Equinox Sun at Pegasus of Corinth

September 27, 2019


Photographer: Anthony Ayiomamitis 
Summary Author: Anthony Ayiomamitis 

The above photo, imaged on the equinox last year at the statue of Pegasus of Corinth (Greece), shows the progression of the equinox Sun during the day (September 23, 2018). Note that the Sun traces this identical path across the sky on the dates of both the autumnal and vernal equinox.

This time of the year has Cassiopeia, Andromeda, Pegasus and Perseus as the dominant constellations of the night sky, in the Northern Hemisphere, and it’s no coincidence they’ve all been placed together in the sky. In Greek mythology, Perseus learned that Andromeda had been chained to some seaside rocks for sacrifice and immediately rode off with Pegasus to save her from the sea serpent who had approached its chained victim (all of this as punishment for Andromeda's mother, Cassiopeia, who had earlier offended Poseidon). Click here to learn more about this image.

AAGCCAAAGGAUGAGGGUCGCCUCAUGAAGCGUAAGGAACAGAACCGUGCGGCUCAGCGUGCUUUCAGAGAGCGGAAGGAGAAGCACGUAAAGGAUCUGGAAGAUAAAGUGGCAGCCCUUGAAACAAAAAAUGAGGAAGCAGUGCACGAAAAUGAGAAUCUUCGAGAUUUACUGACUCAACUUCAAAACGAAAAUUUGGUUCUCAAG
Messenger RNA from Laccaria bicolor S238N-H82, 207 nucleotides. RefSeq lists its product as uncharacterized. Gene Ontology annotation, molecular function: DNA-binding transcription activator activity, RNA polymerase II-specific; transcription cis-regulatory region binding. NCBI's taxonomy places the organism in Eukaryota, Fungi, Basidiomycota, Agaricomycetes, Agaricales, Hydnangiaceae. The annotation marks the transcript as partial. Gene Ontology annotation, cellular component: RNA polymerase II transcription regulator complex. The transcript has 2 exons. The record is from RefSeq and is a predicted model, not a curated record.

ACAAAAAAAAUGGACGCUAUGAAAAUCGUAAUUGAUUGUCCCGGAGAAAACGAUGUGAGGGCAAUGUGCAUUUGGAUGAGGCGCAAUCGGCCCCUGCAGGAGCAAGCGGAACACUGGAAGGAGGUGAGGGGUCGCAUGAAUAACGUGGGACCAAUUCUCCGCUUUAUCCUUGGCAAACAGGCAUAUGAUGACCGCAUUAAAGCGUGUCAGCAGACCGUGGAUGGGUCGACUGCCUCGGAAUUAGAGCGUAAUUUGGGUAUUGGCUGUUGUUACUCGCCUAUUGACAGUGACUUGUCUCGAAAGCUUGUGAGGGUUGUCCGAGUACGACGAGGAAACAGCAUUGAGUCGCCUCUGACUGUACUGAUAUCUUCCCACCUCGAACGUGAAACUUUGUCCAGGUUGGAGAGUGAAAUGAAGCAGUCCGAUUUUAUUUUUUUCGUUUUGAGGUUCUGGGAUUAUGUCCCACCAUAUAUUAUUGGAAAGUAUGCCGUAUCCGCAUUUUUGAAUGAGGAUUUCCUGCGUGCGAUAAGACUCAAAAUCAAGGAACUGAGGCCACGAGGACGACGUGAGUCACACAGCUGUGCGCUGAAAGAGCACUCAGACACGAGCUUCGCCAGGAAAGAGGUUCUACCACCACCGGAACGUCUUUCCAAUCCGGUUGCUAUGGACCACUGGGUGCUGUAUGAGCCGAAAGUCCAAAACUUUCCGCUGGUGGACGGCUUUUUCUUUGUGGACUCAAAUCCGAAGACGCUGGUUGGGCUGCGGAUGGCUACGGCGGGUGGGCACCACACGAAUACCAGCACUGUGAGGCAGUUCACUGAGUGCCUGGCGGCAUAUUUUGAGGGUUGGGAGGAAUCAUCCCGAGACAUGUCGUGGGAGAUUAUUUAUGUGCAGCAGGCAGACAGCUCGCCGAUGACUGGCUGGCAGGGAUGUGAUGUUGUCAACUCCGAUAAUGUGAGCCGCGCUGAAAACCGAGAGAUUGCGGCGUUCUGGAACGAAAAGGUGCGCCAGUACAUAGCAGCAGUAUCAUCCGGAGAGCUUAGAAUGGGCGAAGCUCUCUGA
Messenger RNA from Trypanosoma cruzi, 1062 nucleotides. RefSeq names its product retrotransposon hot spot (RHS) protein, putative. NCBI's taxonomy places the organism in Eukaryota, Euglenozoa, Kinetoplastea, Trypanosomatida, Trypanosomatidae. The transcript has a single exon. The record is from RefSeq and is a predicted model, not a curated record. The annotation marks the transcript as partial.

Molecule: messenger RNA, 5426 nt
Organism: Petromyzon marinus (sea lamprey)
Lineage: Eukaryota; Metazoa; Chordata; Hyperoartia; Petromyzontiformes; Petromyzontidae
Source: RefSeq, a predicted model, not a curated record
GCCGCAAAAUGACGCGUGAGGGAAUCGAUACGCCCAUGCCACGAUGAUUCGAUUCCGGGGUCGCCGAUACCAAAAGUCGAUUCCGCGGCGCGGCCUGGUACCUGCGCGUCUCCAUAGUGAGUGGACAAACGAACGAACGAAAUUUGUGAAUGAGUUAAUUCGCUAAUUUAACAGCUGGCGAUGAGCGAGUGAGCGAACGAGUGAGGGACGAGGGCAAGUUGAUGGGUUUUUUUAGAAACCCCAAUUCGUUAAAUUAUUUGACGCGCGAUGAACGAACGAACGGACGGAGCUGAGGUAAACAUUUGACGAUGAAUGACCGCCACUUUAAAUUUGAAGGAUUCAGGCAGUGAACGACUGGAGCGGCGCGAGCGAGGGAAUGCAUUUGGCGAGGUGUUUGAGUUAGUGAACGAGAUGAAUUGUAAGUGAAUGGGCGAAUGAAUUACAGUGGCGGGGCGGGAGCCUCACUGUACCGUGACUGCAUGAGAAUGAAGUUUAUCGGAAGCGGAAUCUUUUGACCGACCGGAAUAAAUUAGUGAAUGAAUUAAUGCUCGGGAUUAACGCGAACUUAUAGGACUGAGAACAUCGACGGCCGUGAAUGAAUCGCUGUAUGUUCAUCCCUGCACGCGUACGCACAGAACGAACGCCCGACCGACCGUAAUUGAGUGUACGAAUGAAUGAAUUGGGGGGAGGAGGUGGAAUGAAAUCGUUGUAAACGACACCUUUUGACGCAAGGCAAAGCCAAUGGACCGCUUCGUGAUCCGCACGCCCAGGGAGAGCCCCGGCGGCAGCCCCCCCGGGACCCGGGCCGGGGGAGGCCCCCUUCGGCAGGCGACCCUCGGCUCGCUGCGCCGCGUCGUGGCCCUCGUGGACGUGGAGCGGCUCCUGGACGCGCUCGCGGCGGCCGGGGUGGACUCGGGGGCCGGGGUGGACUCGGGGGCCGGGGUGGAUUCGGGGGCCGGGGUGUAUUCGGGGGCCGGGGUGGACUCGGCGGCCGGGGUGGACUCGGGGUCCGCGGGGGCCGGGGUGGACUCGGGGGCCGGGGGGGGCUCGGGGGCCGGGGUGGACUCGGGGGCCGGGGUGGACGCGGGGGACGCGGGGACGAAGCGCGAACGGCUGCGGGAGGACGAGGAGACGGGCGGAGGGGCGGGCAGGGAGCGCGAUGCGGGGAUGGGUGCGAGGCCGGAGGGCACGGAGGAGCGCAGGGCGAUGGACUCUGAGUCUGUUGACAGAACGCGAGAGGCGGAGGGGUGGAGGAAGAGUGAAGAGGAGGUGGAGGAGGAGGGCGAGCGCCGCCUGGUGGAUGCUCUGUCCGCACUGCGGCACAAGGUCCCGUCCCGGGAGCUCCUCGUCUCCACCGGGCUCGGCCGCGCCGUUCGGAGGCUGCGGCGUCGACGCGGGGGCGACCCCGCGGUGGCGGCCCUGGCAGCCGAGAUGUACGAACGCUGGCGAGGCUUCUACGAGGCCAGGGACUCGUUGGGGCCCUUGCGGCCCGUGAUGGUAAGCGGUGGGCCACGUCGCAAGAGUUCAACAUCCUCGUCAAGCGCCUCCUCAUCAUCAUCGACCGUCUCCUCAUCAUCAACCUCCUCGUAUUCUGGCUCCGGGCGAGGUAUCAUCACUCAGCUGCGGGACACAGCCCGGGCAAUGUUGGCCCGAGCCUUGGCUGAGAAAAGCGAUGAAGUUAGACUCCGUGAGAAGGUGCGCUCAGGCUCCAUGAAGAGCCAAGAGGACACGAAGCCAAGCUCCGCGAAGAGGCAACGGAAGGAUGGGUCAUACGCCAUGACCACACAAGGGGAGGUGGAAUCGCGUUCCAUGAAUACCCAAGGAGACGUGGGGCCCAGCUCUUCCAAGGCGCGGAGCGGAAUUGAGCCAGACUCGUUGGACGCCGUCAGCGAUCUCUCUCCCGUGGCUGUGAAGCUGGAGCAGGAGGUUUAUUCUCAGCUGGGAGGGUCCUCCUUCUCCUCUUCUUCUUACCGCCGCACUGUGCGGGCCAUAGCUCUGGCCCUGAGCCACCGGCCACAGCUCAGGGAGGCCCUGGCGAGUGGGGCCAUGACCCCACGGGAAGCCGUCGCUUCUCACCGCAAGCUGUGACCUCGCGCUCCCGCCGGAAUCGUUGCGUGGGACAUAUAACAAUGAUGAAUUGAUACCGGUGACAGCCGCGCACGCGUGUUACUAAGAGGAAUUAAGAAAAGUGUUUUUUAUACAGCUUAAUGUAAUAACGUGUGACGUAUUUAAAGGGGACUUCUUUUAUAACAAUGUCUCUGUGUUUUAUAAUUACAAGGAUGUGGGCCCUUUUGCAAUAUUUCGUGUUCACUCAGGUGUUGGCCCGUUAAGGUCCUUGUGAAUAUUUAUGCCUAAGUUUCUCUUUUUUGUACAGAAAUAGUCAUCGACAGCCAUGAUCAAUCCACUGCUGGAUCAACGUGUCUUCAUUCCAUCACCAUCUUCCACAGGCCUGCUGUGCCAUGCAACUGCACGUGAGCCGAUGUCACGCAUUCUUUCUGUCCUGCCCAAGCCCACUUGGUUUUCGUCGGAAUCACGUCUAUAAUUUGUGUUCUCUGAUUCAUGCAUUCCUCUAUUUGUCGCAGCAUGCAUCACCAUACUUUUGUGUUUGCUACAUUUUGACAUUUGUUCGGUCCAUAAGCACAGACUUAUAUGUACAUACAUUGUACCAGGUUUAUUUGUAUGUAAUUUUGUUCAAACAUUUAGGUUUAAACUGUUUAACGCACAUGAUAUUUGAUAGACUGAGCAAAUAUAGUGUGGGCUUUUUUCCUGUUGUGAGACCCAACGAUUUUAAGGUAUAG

Photo Details: Exposures taken every 30 seconds. I hand-picked my ultimate time series and eventually decided to use every sixth exposure, which translates to an interval of 3 minutes.